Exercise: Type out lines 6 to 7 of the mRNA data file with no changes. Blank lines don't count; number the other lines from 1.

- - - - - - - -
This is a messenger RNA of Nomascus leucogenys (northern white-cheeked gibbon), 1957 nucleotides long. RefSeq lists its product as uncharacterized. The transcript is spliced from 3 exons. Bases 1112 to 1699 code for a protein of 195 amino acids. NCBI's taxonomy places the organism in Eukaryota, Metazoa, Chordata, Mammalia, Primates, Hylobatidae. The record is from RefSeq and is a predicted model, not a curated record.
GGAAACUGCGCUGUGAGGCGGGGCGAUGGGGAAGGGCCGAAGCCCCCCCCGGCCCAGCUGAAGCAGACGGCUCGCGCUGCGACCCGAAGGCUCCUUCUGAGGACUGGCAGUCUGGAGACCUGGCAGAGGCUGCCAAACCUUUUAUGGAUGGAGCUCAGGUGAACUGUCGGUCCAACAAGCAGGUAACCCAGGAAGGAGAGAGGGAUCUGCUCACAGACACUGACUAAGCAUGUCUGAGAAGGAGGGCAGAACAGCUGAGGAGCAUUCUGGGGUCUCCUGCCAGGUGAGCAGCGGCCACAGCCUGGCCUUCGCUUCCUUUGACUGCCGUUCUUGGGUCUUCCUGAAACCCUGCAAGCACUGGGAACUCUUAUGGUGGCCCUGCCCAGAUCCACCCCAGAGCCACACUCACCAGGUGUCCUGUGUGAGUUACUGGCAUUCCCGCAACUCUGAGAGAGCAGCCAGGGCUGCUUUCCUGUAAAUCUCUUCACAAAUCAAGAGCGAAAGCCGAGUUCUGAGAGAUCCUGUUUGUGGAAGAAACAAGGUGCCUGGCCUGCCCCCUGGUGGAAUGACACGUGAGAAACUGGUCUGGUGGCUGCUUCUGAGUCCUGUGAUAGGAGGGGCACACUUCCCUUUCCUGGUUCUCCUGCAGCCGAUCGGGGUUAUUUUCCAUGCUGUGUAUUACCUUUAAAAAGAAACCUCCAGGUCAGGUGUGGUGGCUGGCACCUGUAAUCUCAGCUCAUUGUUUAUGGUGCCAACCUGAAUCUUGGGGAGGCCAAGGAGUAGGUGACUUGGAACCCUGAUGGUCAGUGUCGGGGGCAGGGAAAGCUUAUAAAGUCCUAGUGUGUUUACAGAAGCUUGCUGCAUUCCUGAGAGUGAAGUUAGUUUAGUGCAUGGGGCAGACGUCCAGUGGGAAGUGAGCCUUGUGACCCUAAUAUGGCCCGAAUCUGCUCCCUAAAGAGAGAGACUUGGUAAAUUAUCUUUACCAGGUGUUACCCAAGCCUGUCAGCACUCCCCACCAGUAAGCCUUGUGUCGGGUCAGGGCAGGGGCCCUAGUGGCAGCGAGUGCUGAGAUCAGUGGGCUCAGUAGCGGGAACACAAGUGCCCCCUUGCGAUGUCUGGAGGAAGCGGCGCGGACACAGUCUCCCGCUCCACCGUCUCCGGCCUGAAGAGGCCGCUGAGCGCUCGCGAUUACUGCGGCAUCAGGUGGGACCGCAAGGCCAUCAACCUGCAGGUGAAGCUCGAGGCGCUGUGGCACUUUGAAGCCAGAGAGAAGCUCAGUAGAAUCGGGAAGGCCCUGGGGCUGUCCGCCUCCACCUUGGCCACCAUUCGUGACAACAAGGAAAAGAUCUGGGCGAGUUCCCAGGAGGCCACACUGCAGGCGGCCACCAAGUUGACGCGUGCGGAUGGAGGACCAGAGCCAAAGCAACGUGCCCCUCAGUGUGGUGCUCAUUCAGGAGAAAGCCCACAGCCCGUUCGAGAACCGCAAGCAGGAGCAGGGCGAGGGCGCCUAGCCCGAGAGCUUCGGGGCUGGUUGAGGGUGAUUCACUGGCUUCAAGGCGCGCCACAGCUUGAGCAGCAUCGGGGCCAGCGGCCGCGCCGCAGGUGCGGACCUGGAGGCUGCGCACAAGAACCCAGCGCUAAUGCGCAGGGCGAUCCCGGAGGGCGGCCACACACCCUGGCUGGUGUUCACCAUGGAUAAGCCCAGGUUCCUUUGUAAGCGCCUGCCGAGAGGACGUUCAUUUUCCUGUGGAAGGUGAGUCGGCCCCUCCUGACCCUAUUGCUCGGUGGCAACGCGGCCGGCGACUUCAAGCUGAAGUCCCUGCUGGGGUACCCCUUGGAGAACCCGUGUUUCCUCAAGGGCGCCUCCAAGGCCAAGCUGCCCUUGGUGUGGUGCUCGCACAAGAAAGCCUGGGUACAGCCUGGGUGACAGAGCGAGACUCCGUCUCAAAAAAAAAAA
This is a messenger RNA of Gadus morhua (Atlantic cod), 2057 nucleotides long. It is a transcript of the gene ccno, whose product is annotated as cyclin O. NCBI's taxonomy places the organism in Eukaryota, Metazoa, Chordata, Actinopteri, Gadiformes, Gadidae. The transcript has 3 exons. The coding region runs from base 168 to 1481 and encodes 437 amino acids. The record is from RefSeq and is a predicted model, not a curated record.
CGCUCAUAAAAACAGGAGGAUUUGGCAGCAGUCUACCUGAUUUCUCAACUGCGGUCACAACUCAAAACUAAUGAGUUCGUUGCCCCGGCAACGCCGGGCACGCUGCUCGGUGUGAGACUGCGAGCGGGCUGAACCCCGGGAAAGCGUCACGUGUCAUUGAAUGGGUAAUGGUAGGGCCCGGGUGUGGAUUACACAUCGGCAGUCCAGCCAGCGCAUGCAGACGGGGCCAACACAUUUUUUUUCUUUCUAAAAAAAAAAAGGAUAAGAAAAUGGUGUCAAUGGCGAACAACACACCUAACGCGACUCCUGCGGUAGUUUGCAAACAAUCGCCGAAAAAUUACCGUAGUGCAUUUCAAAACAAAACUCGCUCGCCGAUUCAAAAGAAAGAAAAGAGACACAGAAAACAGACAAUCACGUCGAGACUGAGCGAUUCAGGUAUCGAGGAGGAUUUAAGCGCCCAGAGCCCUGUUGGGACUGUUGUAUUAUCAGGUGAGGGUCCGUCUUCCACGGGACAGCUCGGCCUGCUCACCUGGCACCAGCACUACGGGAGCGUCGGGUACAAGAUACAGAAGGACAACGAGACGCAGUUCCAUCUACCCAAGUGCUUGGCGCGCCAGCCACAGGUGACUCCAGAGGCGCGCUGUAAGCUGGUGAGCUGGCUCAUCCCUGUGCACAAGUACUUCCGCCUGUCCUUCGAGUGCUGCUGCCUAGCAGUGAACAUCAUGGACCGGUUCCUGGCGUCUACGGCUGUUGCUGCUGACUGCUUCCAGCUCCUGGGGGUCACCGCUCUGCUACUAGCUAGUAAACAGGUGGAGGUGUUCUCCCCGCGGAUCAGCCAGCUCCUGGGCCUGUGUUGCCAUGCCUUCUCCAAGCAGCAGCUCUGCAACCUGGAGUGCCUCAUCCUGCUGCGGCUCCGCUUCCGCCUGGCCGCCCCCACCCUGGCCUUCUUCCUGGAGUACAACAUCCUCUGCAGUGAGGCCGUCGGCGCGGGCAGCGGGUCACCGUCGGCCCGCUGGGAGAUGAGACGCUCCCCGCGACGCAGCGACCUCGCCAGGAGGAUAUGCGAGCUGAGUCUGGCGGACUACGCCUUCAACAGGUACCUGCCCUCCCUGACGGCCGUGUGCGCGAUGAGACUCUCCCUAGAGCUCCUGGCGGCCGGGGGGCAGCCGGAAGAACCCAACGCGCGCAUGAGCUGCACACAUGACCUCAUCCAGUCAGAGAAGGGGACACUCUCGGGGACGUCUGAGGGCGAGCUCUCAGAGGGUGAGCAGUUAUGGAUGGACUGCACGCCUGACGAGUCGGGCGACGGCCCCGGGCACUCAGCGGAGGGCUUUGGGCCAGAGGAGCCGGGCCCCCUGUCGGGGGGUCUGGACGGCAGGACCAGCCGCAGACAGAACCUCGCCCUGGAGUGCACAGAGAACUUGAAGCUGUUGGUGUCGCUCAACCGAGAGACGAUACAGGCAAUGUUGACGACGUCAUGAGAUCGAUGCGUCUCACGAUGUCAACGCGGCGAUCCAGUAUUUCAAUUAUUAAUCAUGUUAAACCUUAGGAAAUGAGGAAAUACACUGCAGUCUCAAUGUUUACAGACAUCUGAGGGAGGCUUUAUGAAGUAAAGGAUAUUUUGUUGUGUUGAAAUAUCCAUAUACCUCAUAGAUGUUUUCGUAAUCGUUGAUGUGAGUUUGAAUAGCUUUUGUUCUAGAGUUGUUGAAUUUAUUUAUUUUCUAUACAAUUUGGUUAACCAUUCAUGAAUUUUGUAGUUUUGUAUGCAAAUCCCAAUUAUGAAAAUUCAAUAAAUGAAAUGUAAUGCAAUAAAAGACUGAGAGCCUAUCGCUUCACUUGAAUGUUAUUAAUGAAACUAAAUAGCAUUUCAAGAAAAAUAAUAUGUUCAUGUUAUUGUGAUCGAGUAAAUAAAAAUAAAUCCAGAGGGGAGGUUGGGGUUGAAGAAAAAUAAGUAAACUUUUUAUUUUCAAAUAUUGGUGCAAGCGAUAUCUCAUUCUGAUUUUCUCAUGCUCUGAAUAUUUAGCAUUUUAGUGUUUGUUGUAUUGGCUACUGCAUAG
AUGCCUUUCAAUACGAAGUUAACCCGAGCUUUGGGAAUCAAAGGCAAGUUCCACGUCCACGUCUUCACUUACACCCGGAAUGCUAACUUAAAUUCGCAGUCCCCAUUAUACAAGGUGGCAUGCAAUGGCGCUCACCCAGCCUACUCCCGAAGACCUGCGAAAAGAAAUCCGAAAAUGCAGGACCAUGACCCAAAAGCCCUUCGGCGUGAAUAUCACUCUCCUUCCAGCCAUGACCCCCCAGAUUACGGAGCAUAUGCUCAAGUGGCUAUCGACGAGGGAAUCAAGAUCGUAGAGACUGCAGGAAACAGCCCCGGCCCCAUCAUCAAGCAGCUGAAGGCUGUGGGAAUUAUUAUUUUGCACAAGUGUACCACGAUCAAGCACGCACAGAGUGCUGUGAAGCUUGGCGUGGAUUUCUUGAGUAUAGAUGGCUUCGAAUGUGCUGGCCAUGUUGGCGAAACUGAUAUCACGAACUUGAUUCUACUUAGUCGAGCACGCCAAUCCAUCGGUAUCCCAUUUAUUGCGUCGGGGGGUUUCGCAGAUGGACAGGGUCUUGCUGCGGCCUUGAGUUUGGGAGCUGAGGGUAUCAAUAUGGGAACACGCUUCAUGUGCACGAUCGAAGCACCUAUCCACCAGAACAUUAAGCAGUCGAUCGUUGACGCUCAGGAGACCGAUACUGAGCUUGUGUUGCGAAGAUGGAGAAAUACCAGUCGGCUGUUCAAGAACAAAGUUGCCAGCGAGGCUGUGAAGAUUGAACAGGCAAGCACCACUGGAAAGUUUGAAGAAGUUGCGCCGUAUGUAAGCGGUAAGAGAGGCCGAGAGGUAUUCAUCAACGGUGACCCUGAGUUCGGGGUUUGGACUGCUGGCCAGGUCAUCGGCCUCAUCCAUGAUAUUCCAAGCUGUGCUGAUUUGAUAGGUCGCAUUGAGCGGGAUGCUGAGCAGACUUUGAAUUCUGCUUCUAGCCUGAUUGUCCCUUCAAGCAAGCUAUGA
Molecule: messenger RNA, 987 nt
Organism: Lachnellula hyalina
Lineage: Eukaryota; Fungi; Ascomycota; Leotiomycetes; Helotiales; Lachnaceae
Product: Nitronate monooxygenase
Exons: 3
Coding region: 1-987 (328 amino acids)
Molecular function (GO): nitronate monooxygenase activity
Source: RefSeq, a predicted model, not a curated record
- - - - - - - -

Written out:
Molecule: messenger RNA, 987 nt
Organism: Lachnellula hyalina